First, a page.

and, having kindled a good pinc-kuot light,
picked up the newspaper and sat down to
see if I could make out anything in it. I
smiled with unspeakable delight on discov
ering that I stili knew all the letters, except
the capitals. But I soon had cause to
weep again, for ufier doing my best, and
sitting up till daylight, every line remained
a riddle. I could not spell out the meaning
of a single sei.tente. About sunrise
new noiion entered my head. I determined
to go again shortly lo Little Kock, aud
purchtse some primers and spelling-books,
which I al'erwards did. 1 ihen began to
learn in earnest. It was very hard for a
while ; but I sat up late, nfier Tom and the
chilJren wire all asleep, und took my
primer along with me when I went to hint.
I could study it as I rode, especially where
the woods were open, and before 1 got
within the range of game ; and then, when
I was resting, after lifting a heavy deer
upon my pony, or walking up a steep hill,
1 would pull out of a pocket which 1 had
prepared for lhat purpose ill the side of my
dress, and ran over the paes till I at last
could almost repeat the whole from inemr
ry. 1 then commenced on my large spell
ing-book, and mastered it in the same way.
All the while I wanted to be teaching the'
children, but was afraid of teaching them
wrong, intending first to make myself per
fect, because I thoujiht that it was not of
any use to know anything at all unless one
could know it right.
"While thus engaged, a lost hunter
stopped a few days at our cabin, and, dis
covering my studies, kindly offered to assist
me. 1 then found thm 1 had done well in
not beginning to instruct the buys and Peg
a. 1 . .L
gy sooner. 1 naa to unlearn inc pronun
ciation of a great many of my words that
sounded frightfully when compared with
the correct mode. After I got it all straight,
I bouht a primer for each one of the chil
dren, and collecting them all together one
Sunday morning, told them that I was
going to teach them how to read. It
would have done your heart good to see
them; they appeared to be running mad
with joy, for they still remPiiiboied whirt I
had said about the newspaper, and had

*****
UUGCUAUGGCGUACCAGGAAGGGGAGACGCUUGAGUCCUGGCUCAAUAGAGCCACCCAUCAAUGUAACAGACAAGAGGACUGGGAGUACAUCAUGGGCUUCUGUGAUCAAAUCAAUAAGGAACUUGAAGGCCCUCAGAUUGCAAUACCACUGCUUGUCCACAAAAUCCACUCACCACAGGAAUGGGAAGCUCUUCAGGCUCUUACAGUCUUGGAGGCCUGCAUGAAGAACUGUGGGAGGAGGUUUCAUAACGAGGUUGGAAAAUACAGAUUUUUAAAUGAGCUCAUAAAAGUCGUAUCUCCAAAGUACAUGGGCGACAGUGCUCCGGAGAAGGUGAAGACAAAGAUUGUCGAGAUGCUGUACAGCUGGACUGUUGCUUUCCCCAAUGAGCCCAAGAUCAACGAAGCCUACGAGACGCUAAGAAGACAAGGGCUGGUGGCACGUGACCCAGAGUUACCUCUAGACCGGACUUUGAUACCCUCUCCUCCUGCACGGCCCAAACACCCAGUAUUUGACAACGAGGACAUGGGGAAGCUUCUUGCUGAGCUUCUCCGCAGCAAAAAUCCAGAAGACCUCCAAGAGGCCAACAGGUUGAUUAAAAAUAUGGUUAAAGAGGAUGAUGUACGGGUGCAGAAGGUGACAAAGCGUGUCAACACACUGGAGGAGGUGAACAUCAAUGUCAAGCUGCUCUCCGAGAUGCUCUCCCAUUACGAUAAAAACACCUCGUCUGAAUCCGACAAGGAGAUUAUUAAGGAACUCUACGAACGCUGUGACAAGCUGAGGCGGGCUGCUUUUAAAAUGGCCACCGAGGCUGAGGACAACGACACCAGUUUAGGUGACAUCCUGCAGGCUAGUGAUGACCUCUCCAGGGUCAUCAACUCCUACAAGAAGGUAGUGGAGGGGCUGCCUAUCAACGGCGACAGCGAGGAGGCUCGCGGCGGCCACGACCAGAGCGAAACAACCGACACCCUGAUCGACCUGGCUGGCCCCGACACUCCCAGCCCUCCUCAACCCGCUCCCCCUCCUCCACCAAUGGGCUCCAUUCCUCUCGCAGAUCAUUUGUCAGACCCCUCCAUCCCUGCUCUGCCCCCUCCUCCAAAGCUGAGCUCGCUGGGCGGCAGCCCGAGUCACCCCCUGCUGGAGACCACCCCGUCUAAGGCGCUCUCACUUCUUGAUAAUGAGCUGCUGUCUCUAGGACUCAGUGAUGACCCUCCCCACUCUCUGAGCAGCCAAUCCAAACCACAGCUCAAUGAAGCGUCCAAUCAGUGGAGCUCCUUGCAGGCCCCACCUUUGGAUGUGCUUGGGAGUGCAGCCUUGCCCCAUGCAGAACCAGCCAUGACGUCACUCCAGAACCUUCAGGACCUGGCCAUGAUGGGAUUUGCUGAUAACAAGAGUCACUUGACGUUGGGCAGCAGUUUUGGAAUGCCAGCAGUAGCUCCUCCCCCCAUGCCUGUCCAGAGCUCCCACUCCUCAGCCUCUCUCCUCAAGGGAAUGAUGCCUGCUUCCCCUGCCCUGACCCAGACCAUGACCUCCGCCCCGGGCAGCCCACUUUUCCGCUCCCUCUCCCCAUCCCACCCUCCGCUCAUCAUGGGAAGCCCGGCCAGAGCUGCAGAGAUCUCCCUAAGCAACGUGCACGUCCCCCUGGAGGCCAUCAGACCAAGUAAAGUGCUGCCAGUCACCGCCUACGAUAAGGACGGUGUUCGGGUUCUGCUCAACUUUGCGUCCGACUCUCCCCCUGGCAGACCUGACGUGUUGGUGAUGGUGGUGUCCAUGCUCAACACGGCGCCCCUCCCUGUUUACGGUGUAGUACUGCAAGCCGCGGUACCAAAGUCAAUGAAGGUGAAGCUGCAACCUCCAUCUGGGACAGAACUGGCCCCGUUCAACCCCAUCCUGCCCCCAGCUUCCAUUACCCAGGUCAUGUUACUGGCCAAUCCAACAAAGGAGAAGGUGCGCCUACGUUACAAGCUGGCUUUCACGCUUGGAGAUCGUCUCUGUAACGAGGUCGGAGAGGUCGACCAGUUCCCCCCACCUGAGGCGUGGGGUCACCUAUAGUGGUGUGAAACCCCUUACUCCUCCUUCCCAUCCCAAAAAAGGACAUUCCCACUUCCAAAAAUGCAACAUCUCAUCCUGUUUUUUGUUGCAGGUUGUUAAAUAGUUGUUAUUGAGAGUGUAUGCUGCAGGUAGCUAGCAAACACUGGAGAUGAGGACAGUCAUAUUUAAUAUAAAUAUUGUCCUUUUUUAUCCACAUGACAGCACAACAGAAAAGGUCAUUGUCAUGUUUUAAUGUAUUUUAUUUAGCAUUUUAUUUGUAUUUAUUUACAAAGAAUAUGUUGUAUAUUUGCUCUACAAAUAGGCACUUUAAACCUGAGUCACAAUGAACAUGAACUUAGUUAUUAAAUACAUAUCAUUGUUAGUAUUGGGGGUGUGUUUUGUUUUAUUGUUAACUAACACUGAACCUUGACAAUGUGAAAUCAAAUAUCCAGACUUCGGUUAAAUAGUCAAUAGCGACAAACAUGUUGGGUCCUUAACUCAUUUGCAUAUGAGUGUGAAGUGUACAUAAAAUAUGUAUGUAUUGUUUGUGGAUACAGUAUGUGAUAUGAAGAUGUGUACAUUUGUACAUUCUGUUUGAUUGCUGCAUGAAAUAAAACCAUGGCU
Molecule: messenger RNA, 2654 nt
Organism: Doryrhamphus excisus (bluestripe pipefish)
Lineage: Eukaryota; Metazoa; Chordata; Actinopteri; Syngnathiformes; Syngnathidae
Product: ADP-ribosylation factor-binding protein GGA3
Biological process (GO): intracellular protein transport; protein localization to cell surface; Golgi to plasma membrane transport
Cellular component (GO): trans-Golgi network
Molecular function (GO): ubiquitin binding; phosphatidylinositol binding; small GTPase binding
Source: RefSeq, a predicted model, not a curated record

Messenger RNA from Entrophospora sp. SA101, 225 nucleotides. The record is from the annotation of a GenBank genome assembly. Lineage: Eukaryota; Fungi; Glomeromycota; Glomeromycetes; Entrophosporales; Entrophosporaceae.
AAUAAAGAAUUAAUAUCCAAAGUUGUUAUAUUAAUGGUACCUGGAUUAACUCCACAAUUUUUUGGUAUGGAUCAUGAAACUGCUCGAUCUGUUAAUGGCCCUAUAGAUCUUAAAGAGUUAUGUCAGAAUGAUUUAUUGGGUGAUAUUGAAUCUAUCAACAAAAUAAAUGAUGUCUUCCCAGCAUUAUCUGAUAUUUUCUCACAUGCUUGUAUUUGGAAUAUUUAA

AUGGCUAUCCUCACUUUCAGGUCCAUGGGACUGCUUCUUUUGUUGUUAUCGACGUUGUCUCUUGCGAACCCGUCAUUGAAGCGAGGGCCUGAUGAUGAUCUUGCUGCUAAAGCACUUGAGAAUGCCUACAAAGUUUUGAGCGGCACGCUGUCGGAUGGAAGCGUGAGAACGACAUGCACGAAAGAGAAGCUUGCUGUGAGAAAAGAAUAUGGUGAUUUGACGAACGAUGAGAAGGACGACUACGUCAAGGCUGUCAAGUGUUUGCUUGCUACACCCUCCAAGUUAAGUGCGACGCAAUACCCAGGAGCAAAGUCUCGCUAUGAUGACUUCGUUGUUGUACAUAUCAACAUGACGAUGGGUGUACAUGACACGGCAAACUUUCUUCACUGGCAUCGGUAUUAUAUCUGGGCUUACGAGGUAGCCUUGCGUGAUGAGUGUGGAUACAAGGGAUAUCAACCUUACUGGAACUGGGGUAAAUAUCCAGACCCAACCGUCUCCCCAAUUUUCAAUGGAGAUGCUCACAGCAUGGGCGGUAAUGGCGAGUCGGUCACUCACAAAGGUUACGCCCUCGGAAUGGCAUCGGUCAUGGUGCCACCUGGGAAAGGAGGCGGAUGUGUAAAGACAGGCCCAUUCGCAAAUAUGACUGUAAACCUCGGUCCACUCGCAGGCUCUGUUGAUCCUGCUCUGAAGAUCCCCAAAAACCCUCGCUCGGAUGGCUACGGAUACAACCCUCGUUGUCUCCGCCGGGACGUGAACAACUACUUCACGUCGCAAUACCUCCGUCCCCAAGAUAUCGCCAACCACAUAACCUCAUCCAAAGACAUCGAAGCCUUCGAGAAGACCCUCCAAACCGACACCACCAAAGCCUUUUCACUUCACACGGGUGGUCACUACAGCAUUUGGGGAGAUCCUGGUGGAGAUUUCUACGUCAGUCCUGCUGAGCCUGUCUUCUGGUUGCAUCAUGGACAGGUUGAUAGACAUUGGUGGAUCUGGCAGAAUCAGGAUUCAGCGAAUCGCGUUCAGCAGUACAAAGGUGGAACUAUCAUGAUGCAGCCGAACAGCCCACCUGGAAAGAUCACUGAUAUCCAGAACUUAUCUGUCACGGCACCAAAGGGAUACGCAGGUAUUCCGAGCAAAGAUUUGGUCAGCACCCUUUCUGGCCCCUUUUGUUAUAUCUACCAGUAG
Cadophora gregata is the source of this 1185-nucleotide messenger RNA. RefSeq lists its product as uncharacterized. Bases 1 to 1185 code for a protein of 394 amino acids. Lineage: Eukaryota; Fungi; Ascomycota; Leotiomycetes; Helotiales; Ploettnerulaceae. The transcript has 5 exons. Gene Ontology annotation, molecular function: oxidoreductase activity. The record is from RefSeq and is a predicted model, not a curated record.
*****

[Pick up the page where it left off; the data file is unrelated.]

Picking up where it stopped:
leased me much on the subject. Night
after night they would sit up tiil twelve,
studying iheir.primers and spelling-books ;
and all day on the Sabbath they tried more
industriously than ever 1 had done in the
school-room, until at Lst they were thro'
both books. But 1 was still ahead of them
for lon before then I had obtained a
Testament and ths Life of Marion, and
had gone over both several times. In this
way I taught my dear young ones to read,
having firsl of all taught myself.''
For the literal historical accuracy of the
loregoing extraordinary facts, we refer to
Mrs. Holley's book on Texas, where she
refers to Mrs. Moore, although in her nar
rative she only sets down the initials of
And may we not well be permitted to
doubt whether the annals of the globe, and
all the ages of time, can present a parallel
to this almost miraculous case ! The bi
ographies of the self-educated teem, to be
sure, with noble examples among the soft-
as nmonrr ihe siroueer sex. But did
WEDNESDAY, FEB. 6,
any one, ever hefore, either man or wo
man, go through the patient, painful pro
cess of voluntary sell-culture, with the
same definite and settled object? O'bers
have stru2jrd with ihe lerribie problem of
unaided mental development, Iroin the de
sire of gain or h"pe of glory ; but 'e.
that poor huntress of the backwoods, from
the purer, loftier, more angelic inome ol
an infinitely tender, holy, maternal love,
and with the sole view of fitung herself to
be the teacher of Jier innocent offspring.
cut off a9 the v were by insuperable circum
stutices from every other means of inttruc-
lion. It makes one better to read of such
instances of exahed devotion to conscious
duty, and thus to know and feel that altho'
the race of moral heroes appears lo be
nearly or quite extinct, that of domes' ic
heroines never can wholly perish, while
one mother shall be left to linger on earth
with a bright-eyed babe nestling about
her bosom !
The noblest m"n I know on earth
Are men whose hands are brown with toil ;
Who, barked by no anrestnl erave,
Hewdown the woods and till the (oil,
An-1 win thereby a prou-tr lama
Than follows king or warrior's name.
The workinsjmcn ' whute'er their tusk,
To,car e the stone, or bear the hod
They wer upon their honest brows
The royal stamp and seal of Uol !
And brighter are their drops of sweat
Than diamonds iu a coiomt !
God Mens the noble working men !
W ho lear tlie cities of tlie pUin,
Who die the mines, and build the ship,
And drive the comav rce of the miin
(!od bless them! for their -anhy hand
Have wrought the glory of all lands.
bi u u n. eiwtuxET.
There was a laboring man who built a
cottage for himself aud Jwife. A dark
grey rock overhung it, and helped to keep
it from the winds.
When the cottage was finished, he tho't
he would paint it grey, like the rock. And
so exactly did he get the sam'i shade of
color, that it looked almost as if the little
dwelling sprang from the bosom of the
rock that sheltered it.